General and Maryland
Industrial-scale wind farms have altered the rural landscape in places where the natural environment and quiet living are high priorities. Some local residents and conservationists say wind turbines are an assault on both.
The Allegany County Board of Commissioners on Thursday granted the president of US Wind Force a meeting to discuss why a proposed bill to regulate the wind industry is a bad idea.
Tom Matthews appealed during the public comment period of Thursday’s weekly meeting that amendments to the zoning code — drafted to protect the county and its residents — are too restrictive.
Regulations for small wind energy systems in Somerset County could get a bit of tweaking before adoption by Somerset County Commissioners, who questioned setbacks and other provisions during a public hearing.
In particular, commissioners asked why there was a 20-foot setback requirement for wind turbines from a driveway on the same property.
Saying he is not interested in a repeat of a "sales pitch," Mineral County President Wayne Spiggle is spelling out four specific issues which he wants representatives of U.S. Wind Force to answer when they meet with the commissioners on June 23.
The Mineral County Commissioners are hoping to have some questions answered this evening, as they meet with representatives of U.S. Wind Force.
The meeting with Wind Force, the company proposing to construct the Pinnacle Wind Farm on Green Mountain above Keyser, was the topic of discussion at the commission's June 9 meeting, when Commission President Wayne Spiggle said he wanted to meet with the group but was not interested in a "sales pitch."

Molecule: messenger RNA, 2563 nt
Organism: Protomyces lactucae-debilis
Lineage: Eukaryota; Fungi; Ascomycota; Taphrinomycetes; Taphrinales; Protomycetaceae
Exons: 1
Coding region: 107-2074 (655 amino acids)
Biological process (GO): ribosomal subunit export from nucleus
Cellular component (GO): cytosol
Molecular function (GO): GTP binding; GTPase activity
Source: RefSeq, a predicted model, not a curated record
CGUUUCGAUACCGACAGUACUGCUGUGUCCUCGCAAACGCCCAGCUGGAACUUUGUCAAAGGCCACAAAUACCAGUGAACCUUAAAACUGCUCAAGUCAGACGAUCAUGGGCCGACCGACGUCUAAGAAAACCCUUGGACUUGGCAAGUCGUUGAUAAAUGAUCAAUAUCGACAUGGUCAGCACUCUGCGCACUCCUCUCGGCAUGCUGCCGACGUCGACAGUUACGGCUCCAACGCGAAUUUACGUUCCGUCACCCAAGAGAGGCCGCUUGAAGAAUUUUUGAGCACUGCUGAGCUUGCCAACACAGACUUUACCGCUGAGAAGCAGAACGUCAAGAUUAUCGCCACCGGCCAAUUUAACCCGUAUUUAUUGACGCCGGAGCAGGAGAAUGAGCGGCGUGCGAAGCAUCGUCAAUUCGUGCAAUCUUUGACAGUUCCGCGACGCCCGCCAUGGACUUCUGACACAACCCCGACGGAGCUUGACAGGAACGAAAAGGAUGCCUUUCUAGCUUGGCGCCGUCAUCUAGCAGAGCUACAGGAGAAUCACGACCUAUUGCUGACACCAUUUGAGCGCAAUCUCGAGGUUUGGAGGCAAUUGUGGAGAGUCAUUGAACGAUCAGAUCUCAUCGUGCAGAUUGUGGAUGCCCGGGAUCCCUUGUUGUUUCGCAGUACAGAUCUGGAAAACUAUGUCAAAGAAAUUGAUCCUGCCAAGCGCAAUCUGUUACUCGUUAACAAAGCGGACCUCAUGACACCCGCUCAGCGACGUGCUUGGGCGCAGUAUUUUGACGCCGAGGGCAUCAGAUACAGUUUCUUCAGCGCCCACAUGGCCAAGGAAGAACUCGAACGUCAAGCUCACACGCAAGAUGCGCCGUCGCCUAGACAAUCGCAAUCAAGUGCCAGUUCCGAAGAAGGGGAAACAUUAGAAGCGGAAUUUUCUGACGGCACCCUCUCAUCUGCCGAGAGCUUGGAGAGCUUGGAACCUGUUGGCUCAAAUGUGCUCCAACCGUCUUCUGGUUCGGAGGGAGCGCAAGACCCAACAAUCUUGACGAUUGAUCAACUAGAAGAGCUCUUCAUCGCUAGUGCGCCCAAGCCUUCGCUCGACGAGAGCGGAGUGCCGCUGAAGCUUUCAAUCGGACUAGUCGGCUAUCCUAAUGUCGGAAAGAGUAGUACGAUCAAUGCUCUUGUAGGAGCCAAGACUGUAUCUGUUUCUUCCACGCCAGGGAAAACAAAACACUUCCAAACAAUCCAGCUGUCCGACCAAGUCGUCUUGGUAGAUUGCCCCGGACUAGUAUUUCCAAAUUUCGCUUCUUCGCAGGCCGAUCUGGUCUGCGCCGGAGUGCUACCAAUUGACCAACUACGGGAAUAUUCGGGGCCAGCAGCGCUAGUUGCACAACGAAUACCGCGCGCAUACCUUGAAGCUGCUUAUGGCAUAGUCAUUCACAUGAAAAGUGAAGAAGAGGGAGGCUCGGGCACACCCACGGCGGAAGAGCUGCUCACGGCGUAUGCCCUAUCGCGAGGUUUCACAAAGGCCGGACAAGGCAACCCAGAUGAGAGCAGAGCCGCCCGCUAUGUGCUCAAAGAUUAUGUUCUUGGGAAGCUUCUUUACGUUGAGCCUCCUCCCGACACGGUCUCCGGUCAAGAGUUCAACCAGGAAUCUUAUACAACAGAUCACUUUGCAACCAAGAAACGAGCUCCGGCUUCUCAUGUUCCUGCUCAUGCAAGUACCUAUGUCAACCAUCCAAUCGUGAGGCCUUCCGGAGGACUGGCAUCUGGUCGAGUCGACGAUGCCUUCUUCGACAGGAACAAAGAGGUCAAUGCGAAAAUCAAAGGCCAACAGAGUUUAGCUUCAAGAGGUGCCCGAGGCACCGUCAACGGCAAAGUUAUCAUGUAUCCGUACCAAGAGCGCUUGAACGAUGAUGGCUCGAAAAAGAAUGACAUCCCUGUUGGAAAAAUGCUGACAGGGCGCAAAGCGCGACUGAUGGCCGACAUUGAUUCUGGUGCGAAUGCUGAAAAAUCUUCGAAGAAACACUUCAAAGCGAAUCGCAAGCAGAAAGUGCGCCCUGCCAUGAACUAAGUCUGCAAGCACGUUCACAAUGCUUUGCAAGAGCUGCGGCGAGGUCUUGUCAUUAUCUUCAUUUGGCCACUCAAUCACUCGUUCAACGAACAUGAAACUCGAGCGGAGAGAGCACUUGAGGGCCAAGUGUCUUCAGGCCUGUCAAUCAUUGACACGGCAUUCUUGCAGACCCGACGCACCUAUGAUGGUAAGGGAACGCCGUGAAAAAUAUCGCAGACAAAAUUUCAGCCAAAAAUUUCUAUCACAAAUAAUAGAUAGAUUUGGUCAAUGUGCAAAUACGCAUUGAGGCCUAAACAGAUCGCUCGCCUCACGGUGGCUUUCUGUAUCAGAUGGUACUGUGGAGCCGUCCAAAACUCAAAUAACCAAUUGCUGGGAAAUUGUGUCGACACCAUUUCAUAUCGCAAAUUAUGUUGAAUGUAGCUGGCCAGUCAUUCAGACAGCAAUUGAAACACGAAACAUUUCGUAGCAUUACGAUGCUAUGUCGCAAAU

The public is invited to attend an informative meeting about the possibilities of wind and solar energy in Western Maryland during a Renewable Energy Focus Group meeting at 5 p.m. Jan. 18 in the FSU Compton Science Building, room 226.
New Dimension Energy Company LLC, a subsidiary of FloDesign Wind Turbine Corporation, recently filed an application for a meteorological tower permit in Garrett County. The company hopes to build nine wind turbines ...Two of the wind turbines were denied Federal Aviation Administration approval for determination of no hazard to air navigation.
The project is still on track to meet its goal of entering commercial operation by the end of the year, he said.
But opposition to the project could also be gaining steam. In a June 23 letter, the Garrett-based group Save Western Maryland and the Maryland Conservation Council provided formal notice to Constellation, county government officials and related state and federal agencies that they plan to sue unless Constellation seeks an incidental take permit.
Work could begin as early as fall on a controversial, 23-turbine wind farm in Mineral County.
Despite that, environmentalists opposed to the project say their fight continues. ...Frank O'Hara, a spokesman for Allegheny Front Alliance, said many West Virginians are just now learning about the wind farm project -- and aren't eager to see it take shape.
As the Baltimore County Council prepares to consider new regulations for wind turbines in residential neighborhoods, at least one member is strongly opposed to the idea.